Blog: The Science of Your Mind, Part 3
Let’s Get Physical (Symbol System)
Hello again, world, and welcome back to this series of cognitive science articles covering Michael Dawson’s book Mind, Body, World. As always, I’ll be selecting some important and interesting concepts from the book, but I encourage you to read the book if you want the full nuance and history. In case you missed them, here are links to the other articles in this series:
This time around, we’re going to use the four-tiered analysis framework we outlined in the previous article to dive deeper into classical cognitive science. Version 1.0. The CogSci OG.
But this is more than just a history lesson. Like all OGs, the influence of classical cognitive science persists to this day. Many classical theories still guide current research. Luckily, science doesn’t follow the iPhone release schedule, so we won’t need to throw this article away next September when the new model comes out with twice the axioms.
Here we go!
To infinity and beyond
Recall from Part 1 that classical cognitive science relies heavily on the metaphor of the digital computer. “Why is that?” you might ask. The short answer is that the digital computer — a real-life universal Turing machine, not just a thought experiment, capable of computing anything that can be computed — both seemed capable of modeling the mind and was the only such tool on hand. To understand how that conclusion was reached, you’ll need a bit of history.
Early philosophers of mind (think Descartes) were dualists, which means they believed that the mind and body were separate and fundamentally different. For example, you can divide the body (e.g. you can lose an arm), but can you divide the mind? And while the body is finite, the mind seems capable of infinite complexity. It’s not entire unreasonable to then conclude that while the body is physical, the mind is not. It’s made of different “stuff.” Oh, and it controls the body through the pineal gland, because obviously.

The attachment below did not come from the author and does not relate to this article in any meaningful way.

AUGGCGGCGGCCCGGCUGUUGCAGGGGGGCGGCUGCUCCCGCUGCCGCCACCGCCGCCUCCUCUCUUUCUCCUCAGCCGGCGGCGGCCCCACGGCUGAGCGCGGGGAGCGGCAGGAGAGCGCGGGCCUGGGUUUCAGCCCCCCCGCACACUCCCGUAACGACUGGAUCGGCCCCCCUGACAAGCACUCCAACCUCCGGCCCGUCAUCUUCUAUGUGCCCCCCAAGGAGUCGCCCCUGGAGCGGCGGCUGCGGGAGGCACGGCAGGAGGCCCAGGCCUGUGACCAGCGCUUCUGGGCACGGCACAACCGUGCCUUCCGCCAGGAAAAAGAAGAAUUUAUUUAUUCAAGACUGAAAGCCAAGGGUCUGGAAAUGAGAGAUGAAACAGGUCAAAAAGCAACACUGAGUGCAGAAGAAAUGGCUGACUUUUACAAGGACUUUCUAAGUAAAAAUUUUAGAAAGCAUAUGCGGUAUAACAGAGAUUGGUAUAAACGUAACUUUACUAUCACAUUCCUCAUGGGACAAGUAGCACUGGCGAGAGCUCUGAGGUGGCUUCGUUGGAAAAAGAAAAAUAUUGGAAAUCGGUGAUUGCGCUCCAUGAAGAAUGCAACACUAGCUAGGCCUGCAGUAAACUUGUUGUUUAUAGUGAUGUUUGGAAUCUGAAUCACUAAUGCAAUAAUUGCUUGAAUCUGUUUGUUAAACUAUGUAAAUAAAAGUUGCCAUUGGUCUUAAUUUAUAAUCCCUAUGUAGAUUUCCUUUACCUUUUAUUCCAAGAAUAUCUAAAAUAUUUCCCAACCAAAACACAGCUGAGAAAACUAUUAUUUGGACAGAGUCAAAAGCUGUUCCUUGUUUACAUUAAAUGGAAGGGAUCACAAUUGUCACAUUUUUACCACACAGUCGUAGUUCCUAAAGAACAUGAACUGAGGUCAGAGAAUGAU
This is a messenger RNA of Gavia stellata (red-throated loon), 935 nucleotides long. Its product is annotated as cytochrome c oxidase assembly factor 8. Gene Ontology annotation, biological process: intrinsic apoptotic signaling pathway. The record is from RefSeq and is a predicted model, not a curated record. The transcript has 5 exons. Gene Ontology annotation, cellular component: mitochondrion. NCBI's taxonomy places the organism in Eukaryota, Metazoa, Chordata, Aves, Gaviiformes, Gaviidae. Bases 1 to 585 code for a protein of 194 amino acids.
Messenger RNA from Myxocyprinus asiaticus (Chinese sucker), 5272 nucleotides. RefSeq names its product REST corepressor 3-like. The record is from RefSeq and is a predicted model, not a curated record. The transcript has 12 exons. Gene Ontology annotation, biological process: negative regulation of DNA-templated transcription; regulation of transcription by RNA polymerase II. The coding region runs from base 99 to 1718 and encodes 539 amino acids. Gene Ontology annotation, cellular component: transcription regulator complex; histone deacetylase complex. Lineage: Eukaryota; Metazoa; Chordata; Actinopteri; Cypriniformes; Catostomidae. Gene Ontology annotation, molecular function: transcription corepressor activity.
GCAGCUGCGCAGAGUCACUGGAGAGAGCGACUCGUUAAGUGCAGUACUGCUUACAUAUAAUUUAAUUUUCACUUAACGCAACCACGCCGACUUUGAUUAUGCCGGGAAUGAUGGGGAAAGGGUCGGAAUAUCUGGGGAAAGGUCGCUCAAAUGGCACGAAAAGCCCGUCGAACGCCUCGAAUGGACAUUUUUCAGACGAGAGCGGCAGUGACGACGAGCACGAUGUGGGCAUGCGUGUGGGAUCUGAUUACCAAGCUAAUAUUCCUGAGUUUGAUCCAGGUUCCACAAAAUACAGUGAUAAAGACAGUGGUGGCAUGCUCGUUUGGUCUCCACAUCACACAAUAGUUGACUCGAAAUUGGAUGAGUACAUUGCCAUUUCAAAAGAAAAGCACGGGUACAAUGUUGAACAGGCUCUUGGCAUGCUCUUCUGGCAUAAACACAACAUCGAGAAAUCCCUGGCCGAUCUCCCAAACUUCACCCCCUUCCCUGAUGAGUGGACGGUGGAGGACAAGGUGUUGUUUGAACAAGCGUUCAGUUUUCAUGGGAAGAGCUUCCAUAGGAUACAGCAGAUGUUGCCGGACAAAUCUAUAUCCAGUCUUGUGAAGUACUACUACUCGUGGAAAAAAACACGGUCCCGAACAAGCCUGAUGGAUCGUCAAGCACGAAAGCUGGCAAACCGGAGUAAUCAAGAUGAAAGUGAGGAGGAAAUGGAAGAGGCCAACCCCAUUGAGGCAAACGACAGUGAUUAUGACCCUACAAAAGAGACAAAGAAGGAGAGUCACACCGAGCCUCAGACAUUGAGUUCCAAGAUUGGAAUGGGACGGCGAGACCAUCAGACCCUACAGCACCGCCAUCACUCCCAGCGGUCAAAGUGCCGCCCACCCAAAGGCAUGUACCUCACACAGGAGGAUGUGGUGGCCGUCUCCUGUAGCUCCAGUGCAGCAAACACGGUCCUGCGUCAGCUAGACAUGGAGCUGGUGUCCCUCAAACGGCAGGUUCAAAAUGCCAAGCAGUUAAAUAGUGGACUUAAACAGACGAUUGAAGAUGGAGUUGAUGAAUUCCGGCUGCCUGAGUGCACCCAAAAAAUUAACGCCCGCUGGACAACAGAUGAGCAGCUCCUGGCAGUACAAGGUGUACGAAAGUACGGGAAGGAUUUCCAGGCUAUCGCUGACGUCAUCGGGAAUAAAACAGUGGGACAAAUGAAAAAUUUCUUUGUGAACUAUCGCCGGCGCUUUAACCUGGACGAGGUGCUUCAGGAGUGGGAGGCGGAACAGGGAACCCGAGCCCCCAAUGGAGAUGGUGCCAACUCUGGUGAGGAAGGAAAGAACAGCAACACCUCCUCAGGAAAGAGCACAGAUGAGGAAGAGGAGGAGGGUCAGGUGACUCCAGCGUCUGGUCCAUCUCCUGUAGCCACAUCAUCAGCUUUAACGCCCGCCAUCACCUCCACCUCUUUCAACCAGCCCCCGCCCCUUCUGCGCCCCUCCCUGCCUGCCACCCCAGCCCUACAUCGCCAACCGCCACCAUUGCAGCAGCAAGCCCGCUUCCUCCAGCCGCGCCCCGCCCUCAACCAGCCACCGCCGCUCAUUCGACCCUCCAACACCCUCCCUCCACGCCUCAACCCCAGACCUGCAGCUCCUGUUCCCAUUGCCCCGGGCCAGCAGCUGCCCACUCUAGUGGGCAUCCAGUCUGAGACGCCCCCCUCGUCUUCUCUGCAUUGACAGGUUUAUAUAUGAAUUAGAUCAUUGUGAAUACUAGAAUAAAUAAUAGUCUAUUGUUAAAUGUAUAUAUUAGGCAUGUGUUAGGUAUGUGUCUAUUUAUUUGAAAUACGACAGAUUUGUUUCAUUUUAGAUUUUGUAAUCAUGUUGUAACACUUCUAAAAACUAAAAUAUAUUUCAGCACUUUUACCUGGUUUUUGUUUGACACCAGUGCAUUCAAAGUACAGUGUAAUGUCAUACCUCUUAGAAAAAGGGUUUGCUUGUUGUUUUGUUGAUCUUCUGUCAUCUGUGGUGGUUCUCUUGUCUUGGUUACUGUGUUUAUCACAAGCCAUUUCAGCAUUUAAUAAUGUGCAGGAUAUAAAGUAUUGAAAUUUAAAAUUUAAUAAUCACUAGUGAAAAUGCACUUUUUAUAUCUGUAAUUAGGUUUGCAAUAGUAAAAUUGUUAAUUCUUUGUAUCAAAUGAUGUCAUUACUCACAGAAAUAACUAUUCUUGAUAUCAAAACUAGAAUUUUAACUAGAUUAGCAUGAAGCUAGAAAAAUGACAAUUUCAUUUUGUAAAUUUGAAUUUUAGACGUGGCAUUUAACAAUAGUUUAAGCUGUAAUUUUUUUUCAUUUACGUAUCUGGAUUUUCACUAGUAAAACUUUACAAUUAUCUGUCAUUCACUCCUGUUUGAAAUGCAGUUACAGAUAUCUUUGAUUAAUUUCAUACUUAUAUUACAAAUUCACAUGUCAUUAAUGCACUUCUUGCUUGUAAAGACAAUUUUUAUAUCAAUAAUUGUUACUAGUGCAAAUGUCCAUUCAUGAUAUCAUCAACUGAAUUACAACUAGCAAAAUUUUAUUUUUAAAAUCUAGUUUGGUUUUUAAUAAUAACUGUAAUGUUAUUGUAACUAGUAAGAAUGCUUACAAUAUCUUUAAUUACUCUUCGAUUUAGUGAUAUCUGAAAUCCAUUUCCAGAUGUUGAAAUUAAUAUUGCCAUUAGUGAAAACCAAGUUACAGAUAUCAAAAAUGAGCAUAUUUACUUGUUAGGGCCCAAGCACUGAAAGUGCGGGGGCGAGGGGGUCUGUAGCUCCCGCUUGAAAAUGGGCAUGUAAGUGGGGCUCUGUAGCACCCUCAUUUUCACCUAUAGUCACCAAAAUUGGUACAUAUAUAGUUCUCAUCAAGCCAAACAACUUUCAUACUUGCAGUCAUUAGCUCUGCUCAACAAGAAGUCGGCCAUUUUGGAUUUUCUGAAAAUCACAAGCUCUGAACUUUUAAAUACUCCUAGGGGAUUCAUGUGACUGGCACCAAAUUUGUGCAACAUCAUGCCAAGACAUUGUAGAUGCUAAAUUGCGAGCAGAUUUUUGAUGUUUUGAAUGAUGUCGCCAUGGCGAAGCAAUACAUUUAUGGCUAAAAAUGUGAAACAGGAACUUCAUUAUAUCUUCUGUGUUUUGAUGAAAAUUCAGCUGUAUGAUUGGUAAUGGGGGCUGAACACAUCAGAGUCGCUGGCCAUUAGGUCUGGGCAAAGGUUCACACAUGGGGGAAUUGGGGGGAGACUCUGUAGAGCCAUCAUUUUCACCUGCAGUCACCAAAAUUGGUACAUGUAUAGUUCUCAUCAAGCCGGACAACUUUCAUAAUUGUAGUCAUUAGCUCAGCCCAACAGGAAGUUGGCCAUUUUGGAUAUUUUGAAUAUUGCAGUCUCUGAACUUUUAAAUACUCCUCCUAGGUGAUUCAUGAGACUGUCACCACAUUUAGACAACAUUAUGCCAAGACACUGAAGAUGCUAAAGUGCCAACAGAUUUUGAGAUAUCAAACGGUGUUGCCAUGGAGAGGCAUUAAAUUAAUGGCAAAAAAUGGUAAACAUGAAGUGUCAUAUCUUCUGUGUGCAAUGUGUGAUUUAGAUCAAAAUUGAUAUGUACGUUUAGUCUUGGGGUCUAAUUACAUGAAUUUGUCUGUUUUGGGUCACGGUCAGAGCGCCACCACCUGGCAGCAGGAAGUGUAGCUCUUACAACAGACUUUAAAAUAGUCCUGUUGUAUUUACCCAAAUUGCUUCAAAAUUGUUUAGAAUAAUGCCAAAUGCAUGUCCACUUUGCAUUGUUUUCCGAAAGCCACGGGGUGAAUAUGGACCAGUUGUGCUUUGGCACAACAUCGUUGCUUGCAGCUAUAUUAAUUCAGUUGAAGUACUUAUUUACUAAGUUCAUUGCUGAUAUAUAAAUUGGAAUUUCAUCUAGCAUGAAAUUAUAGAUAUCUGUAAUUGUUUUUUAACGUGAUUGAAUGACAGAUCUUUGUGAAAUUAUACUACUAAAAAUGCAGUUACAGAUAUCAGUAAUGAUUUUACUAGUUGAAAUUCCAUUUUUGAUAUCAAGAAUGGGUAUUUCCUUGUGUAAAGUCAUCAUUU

Materialists, on the other hand, believe that mind is the product of physical processes. Dualists and materialists don’t see eye to (third) eye. The debate was long, fierce, and (I like to imagine) fraught with excellently choreographed street battles of musical prowess a la West Side Story.
Also, you definitely can divide the mind.
Now, if you’re an aspiring cognitive scientist in the time of dualism, you have a problem: you have some really interesting theories, but how do you test them? The mind might not be physical, but all your equipment is. Given a theory, it’s not like you can peer into a mind to see if what’s going on in there lines up with theory. Even today, tools like EEG and MRI measure the physical consequences of thought, but not thought itself.
So the next best thing you can do is to build a model. If you can make something that acts exactly like the mind, then it would be reasonable to conclude that the model and the subject (mind) are performing the same function. According to the concept of multiple realization from Part 2, that should be true even if they’re made of different material.
You see a glimmer of hope when Alan Turing strolls along and shows that a machine of finite matter can, in theory at least, exhibit an infinite variety of behavior. Such a machine is known as a universal Turing machine, and it should be able to compute any function that can be computed.
You’re not satisfied, though. Doing things “in theory” has been the whole damn problem. You want something IRL! In particular, you want a physical symbol system, which is essentially a universal Turing machine that “is also realizable within our physical universe.” (Newell, 1980, p. 136). But the dualists say that there can’t be a physical machine that acts like the mind, because infinity and all that, and you just can’t even anymore.
The Digital Age
So now you’ve traded all your beans for science tools made of boring old matter, your nights are filled with feverish dreams about symbols, and your roommate Jeff is mad at you for turning the spare room into a lab and he was never really sure about this whole “science” thing anyway. If only someone could just build one of these Turing machines.
And then the first digital computer is born. And you lose. Your. Shit. We built one. We actually built one! A real-life physical symbol system, with all the infinities and all that jazz.